Iraqi President Says Trump Did Not Ask Permission To 'Watch Iran'

Minnie Murray
February 5, 2019

While President Donald Trump announced a hasty withdrawal of United States military forces from Afghanistan and Syria late previous year, he wants to keep soldiers stationed in Iraq "to watch" Iran-a policy shift which has angered leading Iraqi politicians, while creating a giant question mark over the nature of USA involvement in the region.

For the first time since he became United States president nearly two years ago, Trump paid a surprise visit to American troops in Iraq on December 26.

Salih also emphasized Iraq's own primary political concerns, emphasizing the "fundamental interest for Iraq to have good relations with Iran".

"Don't overburden Iraq with your own issues".

"I want to be able to watch Iran", the President said in response to a question about whether the troops will be kept in Iraq in view of a potential military strike against Iran. "We have a base in Iraq and the base is a fantastic edifice", he said. "We might as well keep it".

Trump also said he wants to leave troops in Iraq, however, in order to keep an eye on the regime in Iran.

"All I want to do is be able to watch", he said, pointing out that the U.S. has an "unbelievable and expensive military base" in the country that is in the best location for keeping watch on events in the Middle East.

This article was from The Associated Press and was legally licensed through the NewsCred publisher network. He also slammed the notion that the US has a base in Iraq, reminding the world that the military bases in Iraq are Iraqi and foreigners are there as guests only. The militias fought alongside US -backed Iraqi troops against IS in recent years, gaining outsized influence and power along the way.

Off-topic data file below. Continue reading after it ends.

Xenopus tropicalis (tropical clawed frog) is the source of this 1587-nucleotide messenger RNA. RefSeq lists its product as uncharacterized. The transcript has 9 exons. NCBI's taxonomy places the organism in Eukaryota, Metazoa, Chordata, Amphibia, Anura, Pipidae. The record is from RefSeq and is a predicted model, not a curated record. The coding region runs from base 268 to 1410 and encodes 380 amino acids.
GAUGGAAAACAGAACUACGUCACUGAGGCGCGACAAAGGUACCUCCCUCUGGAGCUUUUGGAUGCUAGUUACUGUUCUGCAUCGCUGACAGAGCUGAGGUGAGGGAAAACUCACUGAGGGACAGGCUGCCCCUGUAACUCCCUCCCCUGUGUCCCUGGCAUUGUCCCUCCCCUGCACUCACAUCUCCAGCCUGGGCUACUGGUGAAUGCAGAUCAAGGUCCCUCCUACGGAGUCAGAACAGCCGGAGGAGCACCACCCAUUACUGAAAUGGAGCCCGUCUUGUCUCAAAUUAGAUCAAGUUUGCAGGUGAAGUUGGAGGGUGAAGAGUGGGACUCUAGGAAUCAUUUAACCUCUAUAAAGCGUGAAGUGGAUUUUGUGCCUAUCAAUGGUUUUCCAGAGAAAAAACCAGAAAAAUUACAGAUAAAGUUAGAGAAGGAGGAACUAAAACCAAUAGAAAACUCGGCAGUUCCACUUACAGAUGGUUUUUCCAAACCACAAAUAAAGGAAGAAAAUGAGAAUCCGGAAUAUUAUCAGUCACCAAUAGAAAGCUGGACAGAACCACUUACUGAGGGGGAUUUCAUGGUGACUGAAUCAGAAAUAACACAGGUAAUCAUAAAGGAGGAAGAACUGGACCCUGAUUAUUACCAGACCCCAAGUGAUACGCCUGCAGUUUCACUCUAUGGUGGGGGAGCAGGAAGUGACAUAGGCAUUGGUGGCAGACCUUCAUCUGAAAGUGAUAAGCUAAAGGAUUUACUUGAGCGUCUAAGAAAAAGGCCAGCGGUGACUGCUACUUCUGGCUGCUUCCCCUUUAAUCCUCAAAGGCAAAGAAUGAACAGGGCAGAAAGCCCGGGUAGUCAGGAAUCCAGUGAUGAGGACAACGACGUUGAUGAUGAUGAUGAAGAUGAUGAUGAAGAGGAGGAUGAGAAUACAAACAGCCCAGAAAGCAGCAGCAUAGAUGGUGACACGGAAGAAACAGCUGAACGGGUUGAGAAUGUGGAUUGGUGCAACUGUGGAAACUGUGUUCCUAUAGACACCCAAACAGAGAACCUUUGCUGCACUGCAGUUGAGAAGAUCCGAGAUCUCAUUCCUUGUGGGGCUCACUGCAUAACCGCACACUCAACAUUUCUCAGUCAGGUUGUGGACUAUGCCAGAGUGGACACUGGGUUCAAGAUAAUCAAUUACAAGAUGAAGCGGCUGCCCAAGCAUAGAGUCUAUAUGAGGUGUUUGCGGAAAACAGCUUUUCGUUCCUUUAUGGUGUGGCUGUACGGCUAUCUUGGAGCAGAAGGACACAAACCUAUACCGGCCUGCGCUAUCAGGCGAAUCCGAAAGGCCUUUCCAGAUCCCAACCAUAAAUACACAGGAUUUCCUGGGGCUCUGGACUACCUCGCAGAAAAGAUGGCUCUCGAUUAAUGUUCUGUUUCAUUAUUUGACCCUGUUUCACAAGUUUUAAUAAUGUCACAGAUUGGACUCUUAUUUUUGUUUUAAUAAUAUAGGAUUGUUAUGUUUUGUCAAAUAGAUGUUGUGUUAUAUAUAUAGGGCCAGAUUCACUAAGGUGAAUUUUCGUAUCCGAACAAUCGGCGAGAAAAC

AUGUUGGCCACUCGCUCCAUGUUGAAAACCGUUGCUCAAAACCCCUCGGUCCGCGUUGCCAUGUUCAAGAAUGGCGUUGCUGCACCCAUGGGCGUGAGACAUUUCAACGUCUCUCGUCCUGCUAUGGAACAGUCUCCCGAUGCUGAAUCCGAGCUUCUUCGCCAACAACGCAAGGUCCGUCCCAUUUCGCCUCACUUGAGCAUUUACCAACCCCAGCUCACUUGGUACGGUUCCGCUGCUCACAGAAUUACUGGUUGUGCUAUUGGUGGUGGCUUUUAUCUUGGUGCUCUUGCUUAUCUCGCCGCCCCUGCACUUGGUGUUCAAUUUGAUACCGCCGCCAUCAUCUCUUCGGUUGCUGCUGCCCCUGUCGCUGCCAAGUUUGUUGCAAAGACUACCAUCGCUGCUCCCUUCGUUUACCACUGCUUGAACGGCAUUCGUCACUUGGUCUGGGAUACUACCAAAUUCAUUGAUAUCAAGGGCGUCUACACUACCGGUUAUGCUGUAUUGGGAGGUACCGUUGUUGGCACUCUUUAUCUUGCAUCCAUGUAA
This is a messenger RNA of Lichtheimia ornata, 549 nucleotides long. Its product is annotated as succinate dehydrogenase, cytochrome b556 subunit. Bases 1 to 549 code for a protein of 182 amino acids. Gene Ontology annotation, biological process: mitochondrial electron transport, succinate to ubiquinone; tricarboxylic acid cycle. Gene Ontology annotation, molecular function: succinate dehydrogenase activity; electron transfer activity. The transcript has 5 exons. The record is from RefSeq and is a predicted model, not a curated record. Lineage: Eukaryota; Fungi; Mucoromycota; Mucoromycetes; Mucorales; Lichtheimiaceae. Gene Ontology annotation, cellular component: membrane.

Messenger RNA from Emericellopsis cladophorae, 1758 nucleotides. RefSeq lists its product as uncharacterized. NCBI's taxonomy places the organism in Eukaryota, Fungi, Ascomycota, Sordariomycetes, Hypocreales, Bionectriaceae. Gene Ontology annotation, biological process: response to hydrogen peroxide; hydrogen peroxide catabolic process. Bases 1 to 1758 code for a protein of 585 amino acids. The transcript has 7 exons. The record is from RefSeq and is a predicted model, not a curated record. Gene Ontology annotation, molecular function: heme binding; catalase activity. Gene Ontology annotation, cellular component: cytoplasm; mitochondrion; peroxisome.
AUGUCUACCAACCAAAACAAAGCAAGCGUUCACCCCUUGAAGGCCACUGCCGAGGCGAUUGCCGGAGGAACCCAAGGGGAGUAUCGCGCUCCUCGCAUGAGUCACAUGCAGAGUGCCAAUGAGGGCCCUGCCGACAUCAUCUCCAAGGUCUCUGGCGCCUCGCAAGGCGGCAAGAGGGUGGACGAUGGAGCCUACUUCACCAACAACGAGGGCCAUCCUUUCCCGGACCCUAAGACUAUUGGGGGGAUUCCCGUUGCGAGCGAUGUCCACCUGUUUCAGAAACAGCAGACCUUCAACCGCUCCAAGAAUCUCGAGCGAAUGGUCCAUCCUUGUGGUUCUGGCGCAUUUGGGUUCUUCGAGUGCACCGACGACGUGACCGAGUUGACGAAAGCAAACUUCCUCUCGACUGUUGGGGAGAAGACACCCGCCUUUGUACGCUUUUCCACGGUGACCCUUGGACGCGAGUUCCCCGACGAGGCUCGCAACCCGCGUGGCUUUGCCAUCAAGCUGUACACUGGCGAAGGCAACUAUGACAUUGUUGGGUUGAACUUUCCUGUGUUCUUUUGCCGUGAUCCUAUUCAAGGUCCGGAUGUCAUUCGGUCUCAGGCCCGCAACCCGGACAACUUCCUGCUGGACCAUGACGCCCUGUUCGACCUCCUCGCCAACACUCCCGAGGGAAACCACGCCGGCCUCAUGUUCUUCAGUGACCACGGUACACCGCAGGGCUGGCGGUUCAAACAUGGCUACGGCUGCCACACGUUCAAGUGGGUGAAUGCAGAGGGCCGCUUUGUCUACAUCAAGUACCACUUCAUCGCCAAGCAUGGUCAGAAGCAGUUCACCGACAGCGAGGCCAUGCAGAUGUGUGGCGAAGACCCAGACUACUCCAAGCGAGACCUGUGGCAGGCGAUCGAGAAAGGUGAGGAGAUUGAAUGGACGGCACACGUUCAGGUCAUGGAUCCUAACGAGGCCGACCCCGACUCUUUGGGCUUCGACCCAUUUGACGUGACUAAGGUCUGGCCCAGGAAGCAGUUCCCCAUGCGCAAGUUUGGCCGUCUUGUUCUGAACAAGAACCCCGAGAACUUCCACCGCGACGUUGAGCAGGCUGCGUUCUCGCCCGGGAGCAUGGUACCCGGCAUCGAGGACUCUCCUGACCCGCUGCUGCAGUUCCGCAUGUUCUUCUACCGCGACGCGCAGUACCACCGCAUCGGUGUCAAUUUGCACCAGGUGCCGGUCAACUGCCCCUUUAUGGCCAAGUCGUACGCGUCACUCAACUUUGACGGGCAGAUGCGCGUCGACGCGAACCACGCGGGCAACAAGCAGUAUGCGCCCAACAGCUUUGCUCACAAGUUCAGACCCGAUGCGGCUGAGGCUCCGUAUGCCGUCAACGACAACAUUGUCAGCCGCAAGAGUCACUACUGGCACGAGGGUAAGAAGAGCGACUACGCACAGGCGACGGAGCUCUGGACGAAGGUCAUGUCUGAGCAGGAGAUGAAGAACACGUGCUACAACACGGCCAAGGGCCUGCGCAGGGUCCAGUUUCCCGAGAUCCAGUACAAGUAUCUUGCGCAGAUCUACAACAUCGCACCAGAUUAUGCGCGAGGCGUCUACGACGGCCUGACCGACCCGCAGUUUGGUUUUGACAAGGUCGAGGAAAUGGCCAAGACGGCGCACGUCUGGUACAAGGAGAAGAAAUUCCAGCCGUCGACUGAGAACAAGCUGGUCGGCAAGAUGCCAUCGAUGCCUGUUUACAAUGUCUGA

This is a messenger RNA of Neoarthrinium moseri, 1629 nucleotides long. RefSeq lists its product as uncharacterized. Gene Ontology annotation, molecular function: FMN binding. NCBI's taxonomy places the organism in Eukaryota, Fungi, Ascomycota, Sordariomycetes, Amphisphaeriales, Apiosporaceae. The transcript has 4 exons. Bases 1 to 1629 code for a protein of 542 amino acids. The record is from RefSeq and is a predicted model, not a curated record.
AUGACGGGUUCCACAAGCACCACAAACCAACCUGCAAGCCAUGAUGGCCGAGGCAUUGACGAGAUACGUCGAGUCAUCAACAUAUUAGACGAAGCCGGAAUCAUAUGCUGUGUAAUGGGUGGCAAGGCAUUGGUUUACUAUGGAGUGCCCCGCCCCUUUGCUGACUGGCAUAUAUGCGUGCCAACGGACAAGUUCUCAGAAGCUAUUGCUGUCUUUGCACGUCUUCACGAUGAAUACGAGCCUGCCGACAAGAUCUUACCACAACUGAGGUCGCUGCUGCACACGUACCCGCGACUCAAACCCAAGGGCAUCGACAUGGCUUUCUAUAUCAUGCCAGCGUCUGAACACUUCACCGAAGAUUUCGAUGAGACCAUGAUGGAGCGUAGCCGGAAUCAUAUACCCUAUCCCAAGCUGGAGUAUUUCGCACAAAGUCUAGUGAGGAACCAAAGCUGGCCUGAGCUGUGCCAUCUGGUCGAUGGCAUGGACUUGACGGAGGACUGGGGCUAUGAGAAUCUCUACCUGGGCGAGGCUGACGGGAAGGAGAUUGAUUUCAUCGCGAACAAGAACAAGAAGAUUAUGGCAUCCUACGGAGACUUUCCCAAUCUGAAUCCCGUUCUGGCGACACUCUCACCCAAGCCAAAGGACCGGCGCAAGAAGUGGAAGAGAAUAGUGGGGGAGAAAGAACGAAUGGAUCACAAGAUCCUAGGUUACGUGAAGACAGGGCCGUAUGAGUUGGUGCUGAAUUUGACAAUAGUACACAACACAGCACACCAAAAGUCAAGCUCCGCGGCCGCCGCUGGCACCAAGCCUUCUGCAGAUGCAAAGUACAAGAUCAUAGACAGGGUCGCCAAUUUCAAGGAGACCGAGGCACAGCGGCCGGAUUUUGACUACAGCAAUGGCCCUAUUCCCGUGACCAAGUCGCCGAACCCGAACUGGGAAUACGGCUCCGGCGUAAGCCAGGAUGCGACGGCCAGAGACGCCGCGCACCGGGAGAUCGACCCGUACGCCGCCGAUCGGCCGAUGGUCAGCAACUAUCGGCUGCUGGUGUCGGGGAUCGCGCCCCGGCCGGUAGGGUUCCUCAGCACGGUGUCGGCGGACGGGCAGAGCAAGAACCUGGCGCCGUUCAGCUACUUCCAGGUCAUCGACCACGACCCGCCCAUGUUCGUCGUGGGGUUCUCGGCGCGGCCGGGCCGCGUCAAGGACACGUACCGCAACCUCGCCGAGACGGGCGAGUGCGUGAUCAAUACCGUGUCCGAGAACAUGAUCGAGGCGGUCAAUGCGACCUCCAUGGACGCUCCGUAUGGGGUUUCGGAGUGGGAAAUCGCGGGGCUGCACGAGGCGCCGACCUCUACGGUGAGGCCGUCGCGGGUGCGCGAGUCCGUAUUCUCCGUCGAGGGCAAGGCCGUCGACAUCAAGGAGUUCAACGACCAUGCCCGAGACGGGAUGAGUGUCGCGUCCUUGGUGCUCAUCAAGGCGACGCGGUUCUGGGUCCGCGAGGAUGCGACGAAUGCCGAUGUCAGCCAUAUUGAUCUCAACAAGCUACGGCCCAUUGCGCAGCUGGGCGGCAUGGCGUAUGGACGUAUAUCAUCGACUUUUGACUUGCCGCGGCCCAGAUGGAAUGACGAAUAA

But Trump told CBS that the United States could respond to developments in Syria from neighboring Iraq. ISIS remains an active insurgent group in both Iraq and Syria. "And it's there. And we'll be there", he said. Iran has been deepening its influence in Iraq since the U.S.'s 2003 invasion.

Trump said that the USA troops in Syria were starting to come home, as they push out the "final remainder of the [IS] caliphate".

There are an 5,000 estimated U.S. military personnel in Iraq authorised to train, advise and assist Iraqi security forces in their fight against IS, which has not fully controlled any territory in the country for more than a year.

He went on to say he'd keep troops in Iraq to be able to "watch Iran", which elicited a strong reaction from Iraqi President Barham Salih. He added that he would wait for clarifications from Washington on the numbers and nature of the USA troops' mission in his country.

Former Iraqi Prime Minister Haider Al-Abadi tweeted in English on Monday that "Iraqi sovereignty must be respected". That has left Matthew Zais, the National Security Council director for Iraq, and Andrew Peek, the State Department's deputy assistant secretary for Iraq and Iran, in the lead in Washington. "Iraq's constitution does not allow our territory of our country to be used against our neighbors", he explained.

"My intelligence people, if they said in fact that Iran is a wonderful kindergarten, I disagree with them 100 percent".

Only U.S. military and intelligence officials publicly insist it will likely not be so easy. "We are not proxies in conflicts outside the interests of our nation", he wrote.

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